Photo: Matt McClain/The Washington Post/Getty Images
There’s some new info about Facebook badness this week, which comes courtesy of Senator Ron Wyden. The short version is this: back in 2013 or so, when Mark Zuckerberg was reorienting the entire company around smartphones, Facebook struck deals with a bunch of phone manufacturers to give them special access to Facebook’s user data.
According to the documents Wyden provided to the New York Times, those data-sharing agreements were not heavily policed by Facebook, even though they fell under a 2011 consent decree with the FTC that monitored Facebook’s privacy practices. In 2013, while probing agreements with Microsoft and BlackBerry, the firm PricewaterhouseCoopers “found only ‘limited evidence’ that Facebook had monitored or checked its partners’ compliance with its data use policies.” This is the same lax oversight that led to the Cambridge Analytica scandal, in which Facebook granted third parties access to user data without verifying whether those parties were acting in compliance with Facebook rules.
“Facebook’s own, handpicked auditors said the company wasn’t monitoring what smartphone manufacturers did with Americans’ personal information, or making sure these manufacturers were following Facebook’s own policies,” Senator Wyden, a Democrat, told the Times.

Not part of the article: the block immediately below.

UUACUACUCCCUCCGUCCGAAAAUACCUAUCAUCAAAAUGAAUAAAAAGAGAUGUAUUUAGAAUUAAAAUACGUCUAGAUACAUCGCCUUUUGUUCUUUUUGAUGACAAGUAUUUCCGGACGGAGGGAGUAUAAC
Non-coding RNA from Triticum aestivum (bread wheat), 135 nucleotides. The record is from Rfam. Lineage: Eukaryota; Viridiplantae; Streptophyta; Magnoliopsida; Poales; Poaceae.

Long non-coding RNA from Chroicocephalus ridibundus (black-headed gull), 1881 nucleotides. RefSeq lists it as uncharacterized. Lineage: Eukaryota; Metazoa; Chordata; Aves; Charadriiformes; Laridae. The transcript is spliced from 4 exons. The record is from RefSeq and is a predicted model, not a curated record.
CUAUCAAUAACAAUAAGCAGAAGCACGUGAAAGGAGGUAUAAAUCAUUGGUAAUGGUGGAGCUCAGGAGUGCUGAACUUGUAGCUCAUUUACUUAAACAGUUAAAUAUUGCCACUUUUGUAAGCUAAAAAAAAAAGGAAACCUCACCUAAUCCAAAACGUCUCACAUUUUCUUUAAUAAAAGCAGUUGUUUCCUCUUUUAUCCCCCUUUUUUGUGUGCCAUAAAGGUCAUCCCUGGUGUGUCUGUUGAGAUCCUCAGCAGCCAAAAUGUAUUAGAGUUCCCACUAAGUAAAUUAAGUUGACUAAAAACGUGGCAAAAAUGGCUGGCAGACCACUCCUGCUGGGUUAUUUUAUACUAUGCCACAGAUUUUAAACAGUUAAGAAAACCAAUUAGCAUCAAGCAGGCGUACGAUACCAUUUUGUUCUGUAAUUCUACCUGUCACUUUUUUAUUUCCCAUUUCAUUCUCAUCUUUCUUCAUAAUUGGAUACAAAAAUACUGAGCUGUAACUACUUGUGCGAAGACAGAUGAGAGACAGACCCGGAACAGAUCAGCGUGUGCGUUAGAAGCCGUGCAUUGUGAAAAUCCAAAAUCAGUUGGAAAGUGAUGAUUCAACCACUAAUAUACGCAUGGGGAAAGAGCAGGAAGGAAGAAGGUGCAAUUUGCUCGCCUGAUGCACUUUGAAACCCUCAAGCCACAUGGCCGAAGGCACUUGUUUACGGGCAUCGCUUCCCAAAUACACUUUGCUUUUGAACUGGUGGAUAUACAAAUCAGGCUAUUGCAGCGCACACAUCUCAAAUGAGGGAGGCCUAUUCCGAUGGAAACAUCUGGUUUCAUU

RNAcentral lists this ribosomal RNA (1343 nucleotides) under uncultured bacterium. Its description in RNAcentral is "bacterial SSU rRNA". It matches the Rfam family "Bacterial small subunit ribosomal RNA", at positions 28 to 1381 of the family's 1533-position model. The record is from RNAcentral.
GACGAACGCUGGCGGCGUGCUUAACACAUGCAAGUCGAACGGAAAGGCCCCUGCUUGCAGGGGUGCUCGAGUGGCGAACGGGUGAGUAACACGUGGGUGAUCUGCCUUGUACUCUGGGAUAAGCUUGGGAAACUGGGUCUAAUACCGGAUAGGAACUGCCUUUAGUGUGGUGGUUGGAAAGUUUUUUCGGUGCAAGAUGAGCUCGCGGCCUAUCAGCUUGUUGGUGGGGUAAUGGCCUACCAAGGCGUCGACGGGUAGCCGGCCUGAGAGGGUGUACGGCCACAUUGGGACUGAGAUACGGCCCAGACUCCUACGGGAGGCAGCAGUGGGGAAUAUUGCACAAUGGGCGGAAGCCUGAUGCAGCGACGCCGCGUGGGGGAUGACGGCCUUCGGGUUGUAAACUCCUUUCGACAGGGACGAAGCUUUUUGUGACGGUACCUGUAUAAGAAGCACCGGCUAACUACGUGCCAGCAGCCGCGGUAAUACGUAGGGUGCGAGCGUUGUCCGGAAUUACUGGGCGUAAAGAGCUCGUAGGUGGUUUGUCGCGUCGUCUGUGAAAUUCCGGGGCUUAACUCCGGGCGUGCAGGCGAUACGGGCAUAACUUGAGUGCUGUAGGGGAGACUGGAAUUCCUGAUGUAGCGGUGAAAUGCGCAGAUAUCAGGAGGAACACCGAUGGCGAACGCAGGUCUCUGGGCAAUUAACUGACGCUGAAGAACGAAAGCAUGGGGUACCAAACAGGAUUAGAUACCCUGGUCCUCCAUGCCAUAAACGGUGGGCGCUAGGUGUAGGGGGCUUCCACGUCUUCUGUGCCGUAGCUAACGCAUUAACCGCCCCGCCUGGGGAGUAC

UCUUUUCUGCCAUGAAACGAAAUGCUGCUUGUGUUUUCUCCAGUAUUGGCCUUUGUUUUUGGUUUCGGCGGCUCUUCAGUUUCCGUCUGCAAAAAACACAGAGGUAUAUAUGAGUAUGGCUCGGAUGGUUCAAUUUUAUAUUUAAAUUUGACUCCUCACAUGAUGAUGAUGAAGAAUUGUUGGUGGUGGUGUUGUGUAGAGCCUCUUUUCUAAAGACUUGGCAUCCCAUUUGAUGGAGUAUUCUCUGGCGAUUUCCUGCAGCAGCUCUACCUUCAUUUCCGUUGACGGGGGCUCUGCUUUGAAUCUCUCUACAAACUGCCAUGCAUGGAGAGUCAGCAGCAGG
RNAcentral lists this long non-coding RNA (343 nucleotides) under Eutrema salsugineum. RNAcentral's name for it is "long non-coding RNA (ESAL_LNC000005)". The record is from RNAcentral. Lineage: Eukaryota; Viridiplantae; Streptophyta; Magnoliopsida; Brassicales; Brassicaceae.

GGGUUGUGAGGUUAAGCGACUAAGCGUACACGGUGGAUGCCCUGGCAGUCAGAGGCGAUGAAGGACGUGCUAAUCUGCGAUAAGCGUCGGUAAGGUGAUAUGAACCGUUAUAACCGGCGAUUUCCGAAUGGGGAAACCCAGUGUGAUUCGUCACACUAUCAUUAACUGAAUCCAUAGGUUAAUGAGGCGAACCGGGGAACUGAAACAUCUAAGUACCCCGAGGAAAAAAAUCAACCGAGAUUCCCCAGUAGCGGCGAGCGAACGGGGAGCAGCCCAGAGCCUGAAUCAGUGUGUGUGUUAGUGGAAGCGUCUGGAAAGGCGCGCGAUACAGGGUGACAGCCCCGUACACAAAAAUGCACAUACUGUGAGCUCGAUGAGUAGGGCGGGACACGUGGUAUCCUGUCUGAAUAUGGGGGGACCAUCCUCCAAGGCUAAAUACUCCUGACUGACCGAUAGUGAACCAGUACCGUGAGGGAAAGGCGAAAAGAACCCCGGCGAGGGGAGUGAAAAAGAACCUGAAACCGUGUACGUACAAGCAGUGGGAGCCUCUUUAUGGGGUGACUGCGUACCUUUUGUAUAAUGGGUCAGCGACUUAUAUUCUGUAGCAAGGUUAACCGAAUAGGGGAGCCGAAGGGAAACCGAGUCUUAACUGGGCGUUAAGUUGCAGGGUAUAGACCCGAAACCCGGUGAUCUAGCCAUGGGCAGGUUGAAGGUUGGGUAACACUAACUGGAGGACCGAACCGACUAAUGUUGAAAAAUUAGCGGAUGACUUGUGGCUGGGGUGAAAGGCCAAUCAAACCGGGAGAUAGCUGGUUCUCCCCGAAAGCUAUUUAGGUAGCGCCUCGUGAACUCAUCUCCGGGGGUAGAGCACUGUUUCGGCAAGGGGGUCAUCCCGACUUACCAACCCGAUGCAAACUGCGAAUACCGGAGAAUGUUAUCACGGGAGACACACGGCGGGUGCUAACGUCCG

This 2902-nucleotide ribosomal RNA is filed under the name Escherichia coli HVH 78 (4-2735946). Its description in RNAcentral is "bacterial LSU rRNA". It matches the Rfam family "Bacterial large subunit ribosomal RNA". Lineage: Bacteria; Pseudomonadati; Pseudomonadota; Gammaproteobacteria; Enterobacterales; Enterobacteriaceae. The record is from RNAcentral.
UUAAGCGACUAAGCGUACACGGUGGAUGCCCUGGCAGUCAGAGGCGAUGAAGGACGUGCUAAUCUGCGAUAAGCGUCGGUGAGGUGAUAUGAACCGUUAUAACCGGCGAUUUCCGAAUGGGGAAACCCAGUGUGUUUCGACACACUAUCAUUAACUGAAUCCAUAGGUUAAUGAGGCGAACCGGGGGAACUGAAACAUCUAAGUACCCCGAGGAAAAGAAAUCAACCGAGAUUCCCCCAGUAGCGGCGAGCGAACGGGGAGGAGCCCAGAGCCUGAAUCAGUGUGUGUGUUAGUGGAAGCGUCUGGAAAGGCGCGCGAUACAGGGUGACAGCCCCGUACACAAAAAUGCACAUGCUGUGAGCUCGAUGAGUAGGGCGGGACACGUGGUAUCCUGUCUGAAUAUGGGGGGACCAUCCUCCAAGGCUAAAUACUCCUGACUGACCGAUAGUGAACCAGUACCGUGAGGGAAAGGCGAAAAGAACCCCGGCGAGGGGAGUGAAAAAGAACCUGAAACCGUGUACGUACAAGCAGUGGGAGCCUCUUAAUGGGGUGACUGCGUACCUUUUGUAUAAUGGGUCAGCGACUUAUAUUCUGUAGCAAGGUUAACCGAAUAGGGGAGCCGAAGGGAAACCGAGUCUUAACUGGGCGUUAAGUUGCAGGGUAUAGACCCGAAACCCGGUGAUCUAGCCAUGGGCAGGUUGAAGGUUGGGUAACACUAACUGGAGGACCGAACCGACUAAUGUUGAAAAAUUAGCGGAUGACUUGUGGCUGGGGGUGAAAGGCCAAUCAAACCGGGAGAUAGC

FTC consent decrees often let companies monitor themselves, meaning that Facebook could determine how to assess its own privacy practices. Rather than addressing the issues, Facebook changed the criteria for its next two audits, and “the company was graded on a seemingly less stringent policy with data partners.” Instead of changing its answers, Facebook changed the test itself.
In a letter to Wyden sent last month, Facebook emphasized that PricewaterhouseCoopers still concluded that Facebook had provided “reasonable assurance” that it was protecting user privacy.